HOWEVER, for those who do have Jesus in their marriage but struggle to have a happy marriage or those who do not have Jesus and have unhappy marriages, these biblical principles will work for your marital bliss.  This is not an add Jesus to your marriage like you’d add catsup to your fries.  This is like taking your marriage and jumping into an ocean of Jesus.  Engulfing your marriage into will make marriage a joyous, happy, blessed lifelong event.

With that in mind, we begin with the first Beatitude.  Jesus stated that the poor in spirit will be happy.  What does it mean to be poor in spirit?  It means to be spiritually bankrupt.  In reality, this describes every human being (except Jesus).  Every person is spiritually bankrupt.  As Paul wrote, quoting the Old Testament multiple times:
There is no one righteous,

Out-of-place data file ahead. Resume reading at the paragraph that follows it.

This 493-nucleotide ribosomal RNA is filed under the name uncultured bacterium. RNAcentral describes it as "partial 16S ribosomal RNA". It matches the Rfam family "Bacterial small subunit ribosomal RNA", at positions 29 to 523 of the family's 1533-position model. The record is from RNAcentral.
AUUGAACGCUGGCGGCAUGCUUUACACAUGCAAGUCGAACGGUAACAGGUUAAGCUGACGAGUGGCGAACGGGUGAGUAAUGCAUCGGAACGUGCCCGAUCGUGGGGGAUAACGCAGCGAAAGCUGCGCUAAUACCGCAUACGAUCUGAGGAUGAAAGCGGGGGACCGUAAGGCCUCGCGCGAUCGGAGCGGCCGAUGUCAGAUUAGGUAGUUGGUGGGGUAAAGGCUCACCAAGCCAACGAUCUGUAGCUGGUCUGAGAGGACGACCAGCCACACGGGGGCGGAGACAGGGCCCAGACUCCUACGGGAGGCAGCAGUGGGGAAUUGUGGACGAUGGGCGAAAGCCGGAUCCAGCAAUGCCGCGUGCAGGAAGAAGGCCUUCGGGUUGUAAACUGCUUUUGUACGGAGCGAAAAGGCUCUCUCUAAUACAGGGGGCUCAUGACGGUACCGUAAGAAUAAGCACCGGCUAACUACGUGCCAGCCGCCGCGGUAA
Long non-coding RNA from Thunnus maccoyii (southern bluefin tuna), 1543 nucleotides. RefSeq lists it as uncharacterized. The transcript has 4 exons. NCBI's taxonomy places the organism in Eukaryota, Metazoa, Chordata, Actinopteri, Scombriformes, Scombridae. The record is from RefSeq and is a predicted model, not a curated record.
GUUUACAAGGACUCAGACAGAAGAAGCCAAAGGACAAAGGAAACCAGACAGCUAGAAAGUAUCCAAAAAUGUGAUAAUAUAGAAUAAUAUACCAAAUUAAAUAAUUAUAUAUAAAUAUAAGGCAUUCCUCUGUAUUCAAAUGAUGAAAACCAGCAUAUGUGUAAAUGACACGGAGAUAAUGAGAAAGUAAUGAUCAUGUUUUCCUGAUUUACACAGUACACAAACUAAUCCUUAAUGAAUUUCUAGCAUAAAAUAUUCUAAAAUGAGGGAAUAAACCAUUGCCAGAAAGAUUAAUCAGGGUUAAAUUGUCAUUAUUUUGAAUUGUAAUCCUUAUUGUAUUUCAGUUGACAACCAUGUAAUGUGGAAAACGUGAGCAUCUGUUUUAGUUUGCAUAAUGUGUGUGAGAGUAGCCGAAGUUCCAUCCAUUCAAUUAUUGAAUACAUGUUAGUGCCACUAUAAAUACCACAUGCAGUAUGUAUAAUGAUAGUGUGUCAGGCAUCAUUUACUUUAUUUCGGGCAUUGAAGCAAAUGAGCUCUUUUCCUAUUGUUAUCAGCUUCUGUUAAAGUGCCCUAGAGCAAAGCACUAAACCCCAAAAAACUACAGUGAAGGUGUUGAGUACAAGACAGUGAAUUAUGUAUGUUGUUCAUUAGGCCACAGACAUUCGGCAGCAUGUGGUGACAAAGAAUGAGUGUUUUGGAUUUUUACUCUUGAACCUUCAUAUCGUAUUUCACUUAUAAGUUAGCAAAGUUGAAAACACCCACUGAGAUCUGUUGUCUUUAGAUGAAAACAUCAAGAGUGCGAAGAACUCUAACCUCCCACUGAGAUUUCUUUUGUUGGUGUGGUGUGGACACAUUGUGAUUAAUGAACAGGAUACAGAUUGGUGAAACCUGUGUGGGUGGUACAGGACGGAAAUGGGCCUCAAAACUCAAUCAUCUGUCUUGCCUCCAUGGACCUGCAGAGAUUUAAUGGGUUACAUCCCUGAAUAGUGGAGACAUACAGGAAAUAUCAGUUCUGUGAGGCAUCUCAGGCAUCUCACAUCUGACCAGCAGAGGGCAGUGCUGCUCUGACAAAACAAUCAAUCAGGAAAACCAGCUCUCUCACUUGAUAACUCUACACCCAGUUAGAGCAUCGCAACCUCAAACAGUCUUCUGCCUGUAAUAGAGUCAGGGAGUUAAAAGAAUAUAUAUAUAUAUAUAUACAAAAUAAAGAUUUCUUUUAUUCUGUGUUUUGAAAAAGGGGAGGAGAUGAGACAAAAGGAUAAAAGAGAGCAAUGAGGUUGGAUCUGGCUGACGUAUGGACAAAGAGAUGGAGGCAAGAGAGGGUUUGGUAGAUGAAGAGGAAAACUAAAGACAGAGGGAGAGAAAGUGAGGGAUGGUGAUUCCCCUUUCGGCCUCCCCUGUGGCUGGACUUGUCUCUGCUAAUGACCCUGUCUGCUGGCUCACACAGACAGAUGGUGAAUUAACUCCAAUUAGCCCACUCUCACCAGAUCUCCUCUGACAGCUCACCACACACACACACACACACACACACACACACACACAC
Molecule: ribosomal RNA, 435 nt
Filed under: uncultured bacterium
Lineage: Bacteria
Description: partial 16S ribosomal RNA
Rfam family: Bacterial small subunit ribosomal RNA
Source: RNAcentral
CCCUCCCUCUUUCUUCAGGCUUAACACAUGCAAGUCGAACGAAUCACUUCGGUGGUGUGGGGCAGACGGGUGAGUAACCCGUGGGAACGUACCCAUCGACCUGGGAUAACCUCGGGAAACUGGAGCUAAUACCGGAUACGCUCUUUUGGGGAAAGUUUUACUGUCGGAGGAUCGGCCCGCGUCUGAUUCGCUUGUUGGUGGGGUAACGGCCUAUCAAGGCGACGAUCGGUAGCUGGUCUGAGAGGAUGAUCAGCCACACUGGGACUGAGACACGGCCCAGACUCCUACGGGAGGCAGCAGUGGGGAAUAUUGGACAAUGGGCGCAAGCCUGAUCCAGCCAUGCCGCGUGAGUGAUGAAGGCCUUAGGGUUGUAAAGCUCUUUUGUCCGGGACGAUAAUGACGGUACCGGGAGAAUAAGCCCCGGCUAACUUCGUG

not even one.
There is no one who understands;
there is no one who seeks God.
All have turned away;
all alike have become useless.
There is no one who does
what is good,
not even one.
(Romans 3:10-12, HCSB)

Or as he wrote to the Ephesians: “And you were dead in your trespasses and sins in which you previously walked according to the ways of this world,” (2:1-2a, HCSB).

To be poor in spirit, spiritually bankrupt, is to simply say that we are sinners to the core, and have no spiritual good on our own.  Most of us believe that we have something to offer.  It is only when we understand that we are penniless in the spiritual sense that life begins to change.  Until then we keep trying and trying and banging our heads up against the wall.

This means in marriage there is no spiritual good in us.  We need to understand and believe that in our core we are sinners and because we are sinners we will sin against our spouses.  These may be sins of omission or sins of commission.  We may neglect a duty to our spouses or we may commit a sin against our spouses.  It is good to be convicted when we have sinned, but remember that we are not condemned for such a sin.  Let us confess the sin both to spouse and God, received God’s grace (and hopefully the spouse’s as well), and move on.  But beyond that, we also need to understand and believe that because our spouses are sinners, they will sin against us as well.